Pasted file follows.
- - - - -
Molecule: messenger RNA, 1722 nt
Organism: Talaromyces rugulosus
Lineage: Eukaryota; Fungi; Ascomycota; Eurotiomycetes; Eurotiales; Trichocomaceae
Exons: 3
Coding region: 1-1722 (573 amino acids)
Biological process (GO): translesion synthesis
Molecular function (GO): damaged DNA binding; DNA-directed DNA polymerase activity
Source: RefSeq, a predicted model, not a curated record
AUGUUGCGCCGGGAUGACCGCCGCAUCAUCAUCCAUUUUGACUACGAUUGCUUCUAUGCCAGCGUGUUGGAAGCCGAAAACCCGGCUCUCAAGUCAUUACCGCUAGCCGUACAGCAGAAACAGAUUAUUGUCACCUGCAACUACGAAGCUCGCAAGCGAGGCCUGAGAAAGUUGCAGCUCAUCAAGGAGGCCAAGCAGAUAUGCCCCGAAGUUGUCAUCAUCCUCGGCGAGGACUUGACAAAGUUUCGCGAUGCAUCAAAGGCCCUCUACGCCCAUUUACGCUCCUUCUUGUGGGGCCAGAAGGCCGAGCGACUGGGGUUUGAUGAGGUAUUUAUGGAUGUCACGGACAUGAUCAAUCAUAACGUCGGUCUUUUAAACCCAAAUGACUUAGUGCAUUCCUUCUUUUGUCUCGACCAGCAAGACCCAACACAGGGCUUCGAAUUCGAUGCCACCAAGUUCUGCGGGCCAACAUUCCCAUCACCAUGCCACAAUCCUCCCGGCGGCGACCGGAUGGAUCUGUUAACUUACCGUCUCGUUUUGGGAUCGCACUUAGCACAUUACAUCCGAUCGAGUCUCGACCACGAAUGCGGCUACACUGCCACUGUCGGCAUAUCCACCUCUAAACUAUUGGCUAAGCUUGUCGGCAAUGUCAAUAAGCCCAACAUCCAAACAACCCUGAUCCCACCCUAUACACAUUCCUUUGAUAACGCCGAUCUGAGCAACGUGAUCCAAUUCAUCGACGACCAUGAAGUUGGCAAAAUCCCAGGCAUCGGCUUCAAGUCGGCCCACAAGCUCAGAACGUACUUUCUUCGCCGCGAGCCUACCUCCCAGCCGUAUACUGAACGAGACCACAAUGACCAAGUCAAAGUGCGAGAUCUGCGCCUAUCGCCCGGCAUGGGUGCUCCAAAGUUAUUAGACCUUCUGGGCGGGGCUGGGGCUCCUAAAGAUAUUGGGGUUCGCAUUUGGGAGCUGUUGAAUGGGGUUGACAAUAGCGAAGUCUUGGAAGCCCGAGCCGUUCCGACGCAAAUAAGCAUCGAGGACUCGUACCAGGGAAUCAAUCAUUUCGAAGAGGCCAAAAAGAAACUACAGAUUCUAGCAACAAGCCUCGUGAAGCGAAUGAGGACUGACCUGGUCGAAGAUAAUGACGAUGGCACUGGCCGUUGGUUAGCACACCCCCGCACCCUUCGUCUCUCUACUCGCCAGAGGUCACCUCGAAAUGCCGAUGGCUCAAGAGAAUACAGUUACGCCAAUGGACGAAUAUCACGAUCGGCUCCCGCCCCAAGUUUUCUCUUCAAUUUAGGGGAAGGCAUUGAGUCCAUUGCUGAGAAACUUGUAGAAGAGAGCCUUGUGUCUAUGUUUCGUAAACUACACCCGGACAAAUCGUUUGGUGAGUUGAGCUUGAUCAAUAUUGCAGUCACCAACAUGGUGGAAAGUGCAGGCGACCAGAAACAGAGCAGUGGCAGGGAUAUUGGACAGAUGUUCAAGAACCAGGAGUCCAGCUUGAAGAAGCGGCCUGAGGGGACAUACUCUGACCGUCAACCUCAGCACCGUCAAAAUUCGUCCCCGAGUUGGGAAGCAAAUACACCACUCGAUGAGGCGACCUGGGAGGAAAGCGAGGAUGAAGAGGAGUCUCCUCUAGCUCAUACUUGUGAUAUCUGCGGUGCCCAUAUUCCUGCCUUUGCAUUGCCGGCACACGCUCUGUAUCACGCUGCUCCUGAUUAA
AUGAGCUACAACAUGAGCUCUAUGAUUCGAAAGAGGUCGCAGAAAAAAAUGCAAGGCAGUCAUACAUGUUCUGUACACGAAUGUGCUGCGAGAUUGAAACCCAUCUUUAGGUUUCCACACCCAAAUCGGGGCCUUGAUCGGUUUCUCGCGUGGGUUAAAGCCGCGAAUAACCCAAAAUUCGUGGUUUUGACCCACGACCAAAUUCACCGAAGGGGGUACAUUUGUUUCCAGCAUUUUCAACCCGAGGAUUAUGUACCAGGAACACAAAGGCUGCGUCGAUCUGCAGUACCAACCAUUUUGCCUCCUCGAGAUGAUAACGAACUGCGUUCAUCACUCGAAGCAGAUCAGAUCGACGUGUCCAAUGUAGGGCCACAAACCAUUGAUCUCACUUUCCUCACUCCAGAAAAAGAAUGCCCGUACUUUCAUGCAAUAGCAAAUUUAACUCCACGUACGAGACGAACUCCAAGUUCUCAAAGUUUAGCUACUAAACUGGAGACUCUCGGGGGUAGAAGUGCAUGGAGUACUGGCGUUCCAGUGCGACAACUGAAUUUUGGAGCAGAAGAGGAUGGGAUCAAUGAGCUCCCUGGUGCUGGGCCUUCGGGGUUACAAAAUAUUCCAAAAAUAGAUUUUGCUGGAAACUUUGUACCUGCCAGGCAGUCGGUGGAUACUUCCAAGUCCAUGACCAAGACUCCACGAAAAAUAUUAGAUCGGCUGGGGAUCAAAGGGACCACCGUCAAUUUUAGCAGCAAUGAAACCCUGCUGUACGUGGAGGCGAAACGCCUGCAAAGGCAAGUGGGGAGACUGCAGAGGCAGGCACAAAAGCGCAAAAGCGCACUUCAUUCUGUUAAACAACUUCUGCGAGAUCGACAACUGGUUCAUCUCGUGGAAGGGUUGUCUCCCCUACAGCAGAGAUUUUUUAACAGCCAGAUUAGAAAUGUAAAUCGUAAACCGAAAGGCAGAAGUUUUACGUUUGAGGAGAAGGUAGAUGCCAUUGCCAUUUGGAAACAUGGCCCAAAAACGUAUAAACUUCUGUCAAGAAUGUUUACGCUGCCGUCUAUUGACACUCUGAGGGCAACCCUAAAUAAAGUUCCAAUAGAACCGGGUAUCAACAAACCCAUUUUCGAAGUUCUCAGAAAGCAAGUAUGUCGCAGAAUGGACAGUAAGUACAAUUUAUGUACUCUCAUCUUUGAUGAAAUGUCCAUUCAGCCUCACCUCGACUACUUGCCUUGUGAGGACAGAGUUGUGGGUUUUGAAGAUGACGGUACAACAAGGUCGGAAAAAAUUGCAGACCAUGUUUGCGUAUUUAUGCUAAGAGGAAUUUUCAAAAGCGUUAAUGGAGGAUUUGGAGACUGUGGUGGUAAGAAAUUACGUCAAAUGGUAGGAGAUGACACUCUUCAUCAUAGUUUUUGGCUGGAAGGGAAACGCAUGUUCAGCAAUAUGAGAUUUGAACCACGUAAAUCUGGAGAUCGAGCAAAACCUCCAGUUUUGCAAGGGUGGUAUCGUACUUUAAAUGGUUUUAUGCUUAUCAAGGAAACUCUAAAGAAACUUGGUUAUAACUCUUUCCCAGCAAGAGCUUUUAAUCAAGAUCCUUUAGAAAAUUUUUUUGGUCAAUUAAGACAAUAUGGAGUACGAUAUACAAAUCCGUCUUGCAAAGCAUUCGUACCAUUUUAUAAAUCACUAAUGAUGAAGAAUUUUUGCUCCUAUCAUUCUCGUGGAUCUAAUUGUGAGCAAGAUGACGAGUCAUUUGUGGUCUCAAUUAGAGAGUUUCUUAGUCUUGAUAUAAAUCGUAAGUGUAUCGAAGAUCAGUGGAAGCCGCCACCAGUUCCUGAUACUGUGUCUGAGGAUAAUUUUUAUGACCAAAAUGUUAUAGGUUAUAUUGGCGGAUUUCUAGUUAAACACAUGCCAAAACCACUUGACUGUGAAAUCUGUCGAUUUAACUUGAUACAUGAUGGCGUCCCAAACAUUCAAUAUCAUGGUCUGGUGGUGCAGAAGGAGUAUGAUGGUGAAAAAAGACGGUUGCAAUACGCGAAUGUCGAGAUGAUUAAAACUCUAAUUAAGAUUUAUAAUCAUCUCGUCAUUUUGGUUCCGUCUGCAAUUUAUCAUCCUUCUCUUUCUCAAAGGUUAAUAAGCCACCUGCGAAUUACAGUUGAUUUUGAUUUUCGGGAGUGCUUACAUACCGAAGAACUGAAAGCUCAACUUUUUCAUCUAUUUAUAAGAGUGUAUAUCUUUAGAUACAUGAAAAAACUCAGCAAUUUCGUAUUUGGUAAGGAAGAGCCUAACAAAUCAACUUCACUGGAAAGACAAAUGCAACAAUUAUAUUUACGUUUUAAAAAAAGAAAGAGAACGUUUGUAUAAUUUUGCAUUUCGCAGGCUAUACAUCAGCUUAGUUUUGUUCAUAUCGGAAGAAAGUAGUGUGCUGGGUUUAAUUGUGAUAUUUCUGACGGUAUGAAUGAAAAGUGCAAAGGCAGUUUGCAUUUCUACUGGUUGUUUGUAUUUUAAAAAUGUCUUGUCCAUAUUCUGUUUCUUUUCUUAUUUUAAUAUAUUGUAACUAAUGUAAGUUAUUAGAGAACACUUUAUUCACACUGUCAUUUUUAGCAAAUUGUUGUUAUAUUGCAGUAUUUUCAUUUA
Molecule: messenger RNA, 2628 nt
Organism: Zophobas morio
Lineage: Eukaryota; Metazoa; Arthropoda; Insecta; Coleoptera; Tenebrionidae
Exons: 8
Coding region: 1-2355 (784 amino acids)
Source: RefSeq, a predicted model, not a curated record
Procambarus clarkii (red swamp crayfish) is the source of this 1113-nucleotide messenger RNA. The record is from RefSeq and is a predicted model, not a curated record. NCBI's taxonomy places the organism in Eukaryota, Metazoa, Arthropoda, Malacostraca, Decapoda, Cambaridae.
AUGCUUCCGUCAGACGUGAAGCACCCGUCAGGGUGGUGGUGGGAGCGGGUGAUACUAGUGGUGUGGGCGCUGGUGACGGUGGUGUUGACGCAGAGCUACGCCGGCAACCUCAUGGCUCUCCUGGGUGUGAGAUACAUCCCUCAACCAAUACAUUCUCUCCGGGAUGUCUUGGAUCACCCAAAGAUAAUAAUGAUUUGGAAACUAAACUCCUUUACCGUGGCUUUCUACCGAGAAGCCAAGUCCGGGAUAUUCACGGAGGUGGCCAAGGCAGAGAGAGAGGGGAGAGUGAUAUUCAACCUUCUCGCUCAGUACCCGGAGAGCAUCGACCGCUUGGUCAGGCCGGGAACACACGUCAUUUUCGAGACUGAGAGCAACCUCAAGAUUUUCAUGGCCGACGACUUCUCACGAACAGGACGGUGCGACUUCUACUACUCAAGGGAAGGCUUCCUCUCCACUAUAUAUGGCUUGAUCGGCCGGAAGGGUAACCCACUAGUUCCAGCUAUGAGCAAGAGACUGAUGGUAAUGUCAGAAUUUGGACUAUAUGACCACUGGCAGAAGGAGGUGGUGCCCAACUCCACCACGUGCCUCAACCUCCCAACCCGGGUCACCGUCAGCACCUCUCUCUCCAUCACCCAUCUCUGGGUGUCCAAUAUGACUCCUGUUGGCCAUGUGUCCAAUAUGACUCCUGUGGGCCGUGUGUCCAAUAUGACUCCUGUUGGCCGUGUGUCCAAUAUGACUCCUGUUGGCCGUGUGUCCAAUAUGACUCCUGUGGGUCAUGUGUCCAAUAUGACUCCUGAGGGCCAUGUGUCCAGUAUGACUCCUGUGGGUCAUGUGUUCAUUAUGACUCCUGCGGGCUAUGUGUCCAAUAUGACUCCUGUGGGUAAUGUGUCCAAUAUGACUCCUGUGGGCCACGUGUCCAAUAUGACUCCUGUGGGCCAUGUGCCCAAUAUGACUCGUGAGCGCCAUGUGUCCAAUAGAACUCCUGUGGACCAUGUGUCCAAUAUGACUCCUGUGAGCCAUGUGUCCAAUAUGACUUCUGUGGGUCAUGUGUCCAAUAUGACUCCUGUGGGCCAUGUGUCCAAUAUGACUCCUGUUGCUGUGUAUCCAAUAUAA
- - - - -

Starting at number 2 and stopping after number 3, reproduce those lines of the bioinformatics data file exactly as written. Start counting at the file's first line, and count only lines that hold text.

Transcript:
Organism: Talaromyces rugulosus
Lineage: Eukaryota; Fungi; Ascomycota; Eurotiomycetes; Eurotiales; Trichocomaceae